Progarchives, the progressive rock ultimate discography

PHIDEAUX

Crossover Prog • United States


From Progarchives.com, the ultimate progressive rock music website

Phideaux picture
Phideaux biography
PHIDEAUX Xavier - Born 14/01/1963 (Hastings-on-Hudson, NY, USA)

PHIDEAUX is a multi-instrumentalist, singer and songwriter, employing the drumming of Rich Hutchins, producer Gabriel Moffat and a revolving cast of supporting musicians. He has released several progressive/psychadelic inspired albums since 2003 and includes Jethro Tull, David Bowie, Pink Floyd, Van Der Graaf Generator, and early Genesis (among many others) as influences.

The first proper album was "Fiendish", which introduced the folky, psychadelic sound of PHIDEAUX. "Ghost Story" mostly consists of material from a previous musical collaboration in the 90s called Satyricon (with Rich Hutchins). "Chupacabras" might be the first album that prog fans lean towards, with the 20+ minute "epic" title track highlighting the album. "313" was an album-in-a-day project that took shape with one day of basic writing and recording, then fleshed out over the course of the next year. Probably the most significant music achievement so far, "The Great Leap" is the first album in a three part trilogy concerning "life in a dystopic eclogically disintegrating world"... but don't let the topic fool you, PHIDEAUX's music at heart is addictive, fun, deep, and compelling all at the same time, with memorable melodies and finely crafted arrangements that represent songwriting at it's finest. Present are some of the prog rock staples in the use of synths, Hammond organ, mellotrons, and other interesting instrumental contributions, as well as multi-section, evolving pieces of music... but rather than rehashing prog cliches or focusing on technical acrobatics, PHIDEAUX's music truly offers something creative and refreshing.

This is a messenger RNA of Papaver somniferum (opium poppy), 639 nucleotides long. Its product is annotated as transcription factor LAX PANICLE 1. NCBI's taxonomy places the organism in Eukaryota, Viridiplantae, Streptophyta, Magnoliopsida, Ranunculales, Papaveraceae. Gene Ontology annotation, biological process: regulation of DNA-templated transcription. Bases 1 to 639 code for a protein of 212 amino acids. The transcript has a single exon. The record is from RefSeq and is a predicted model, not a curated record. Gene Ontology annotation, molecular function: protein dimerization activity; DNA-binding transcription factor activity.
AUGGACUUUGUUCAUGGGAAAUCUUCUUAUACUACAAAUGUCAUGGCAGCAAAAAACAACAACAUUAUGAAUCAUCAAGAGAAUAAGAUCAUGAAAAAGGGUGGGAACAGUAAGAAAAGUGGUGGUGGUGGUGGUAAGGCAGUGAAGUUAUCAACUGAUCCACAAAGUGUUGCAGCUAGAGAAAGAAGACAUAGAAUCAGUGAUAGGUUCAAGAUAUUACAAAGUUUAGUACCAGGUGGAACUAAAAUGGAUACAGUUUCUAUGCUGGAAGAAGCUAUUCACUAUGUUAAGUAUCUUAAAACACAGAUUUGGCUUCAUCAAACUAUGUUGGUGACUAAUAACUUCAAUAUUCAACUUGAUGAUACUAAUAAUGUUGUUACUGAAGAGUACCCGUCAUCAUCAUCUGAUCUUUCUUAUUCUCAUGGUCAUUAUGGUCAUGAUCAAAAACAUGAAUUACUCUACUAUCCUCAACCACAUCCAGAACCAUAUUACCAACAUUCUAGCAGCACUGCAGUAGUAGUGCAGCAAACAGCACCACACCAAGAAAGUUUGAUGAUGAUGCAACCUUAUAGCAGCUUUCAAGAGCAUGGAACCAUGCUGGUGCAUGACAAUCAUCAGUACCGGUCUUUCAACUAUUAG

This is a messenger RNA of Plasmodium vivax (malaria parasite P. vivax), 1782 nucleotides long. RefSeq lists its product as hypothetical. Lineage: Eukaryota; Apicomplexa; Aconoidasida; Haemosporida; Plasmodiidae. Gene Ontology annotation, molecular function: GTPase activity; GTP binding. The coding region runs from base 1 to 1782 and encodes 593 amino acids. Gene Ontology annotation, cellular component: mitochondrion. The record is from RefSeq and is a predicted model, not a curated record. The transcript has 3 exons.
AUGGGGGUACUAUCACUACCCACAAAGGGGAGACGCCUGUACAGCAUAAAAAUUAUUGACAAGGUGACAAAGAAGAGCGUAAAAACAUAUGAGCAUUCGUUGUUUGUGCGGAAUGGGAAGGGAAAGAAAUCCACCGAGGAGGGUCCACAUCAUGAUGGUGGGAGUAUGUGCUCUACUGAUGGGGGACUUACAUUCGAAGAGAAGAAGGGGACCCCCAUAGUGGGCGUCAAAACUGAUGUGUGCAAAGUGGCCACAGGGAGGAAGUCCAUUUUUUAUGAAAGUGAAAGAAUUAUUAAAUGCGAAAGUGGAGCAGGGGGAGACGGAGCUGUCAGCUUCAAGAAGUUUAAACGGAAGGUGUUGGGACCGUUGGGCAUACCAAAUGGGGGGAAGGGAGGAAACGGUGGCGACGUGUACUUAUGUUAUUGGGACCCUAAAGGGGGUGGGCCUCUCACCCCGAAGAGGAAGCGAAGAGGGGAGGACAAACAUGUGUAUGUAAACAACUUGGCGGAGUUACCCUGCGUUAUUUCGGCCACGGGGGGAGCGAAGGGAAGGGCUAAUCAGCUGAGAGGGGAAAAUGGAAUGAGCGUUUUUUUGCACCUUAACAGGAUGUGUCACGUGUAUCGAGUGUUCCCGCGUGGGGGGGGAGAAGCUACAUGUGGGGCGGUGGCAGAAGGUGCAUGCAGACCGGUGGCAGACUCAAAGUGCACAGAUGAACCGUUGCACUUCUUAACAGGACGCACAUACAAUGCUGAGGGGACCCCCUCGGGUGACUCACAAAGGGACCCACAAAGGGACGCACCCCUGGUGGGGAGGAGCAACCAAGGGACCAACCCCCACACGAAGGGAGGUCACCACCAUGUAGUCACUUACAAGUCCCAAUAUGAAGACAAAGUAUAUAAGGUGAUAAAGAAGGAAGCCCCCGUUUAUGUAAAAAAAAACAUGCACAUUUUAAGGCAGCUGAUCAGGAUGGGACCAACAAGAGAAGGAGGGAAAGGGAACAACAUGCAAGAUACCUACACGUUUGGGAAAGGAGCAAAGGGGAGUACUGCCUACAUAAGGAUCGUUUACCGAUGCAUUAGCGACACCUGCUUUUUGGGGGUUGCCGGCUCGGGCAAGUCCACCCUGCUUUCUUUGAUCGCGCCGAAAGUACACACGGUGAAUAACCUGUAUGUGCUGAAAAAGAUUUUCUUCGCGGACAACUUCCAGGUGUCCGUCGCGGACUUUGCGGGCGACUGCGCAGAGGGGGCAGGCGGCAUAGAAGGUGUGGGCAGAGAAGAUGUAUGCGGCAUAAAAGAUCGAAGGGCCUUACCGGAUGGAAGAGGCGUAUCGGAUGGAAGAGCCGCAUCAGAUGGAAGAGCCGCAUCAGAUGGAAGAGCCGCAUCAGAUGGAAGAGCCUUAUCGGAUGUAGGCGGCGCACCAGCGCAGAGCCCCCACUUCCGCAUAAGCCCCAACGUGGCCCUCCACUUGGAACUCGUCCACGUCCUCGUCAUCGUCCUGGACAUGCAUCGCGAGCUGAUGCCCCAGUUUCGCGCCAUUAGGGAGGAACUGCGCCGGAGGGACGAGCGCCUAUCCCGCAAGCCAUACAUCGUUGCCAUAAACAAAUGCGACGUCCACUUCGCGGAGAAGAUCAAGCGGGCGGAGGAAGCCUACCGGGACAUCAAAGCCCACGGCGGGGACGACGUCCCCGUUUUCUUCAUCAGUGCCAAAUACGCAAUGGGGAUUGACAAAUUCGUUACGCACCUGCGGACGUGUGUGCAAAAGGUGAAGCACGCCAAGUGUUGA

All these albums are consistently great and are very highly recommended for those who love the subtle, folkier, psychadelic side of prog rock with an emphasis on melodic songwriting. This music has a unqiue magic that doesn't come around very often.

Phideaux is a band born of several lifelong friendships and a mutual appreciation of progressive rock. We are refugees from a time when rock and roll was counter-cultural and have come together to mine a dark vein of music steeped with mellotrons, violins and vintage keyboards. We love power chords, tricky time signatures and intricate harmonies, but always there are melodies to be hummed and riffs to invade your mind.

PHIDEAUX Videos (YouTube and more)


Showing only random 3 | Show all PHIDEAUX videos (2) | Search and add more videos to PHIDEAUX

Buy PHIDEAUX Music


PHIDEAUX discography


Ordered by release date | Showing ratings (top albums) | Help Progarchives.com to complete the discography and add albums

PHIDEAUX top albums (CD, LP, MC, SACD, DVD-A, Digital Media Download)

2.02 | 65 ratings
Phideaux Xavier: Friction
1992
3.21 | 151 ratings
Fiendish
2003
3.63 | 204 ratings
Ghost Story
2004
3.85 | 303 ratings
Chupacabras
2005
3.54 | 182 ratings
313
2006
3.30 | 258 ratings
The Great Leap
2006
4.22 | 1073 ratings
Doomsday Afternoon
2007
4.03 | 596 ratings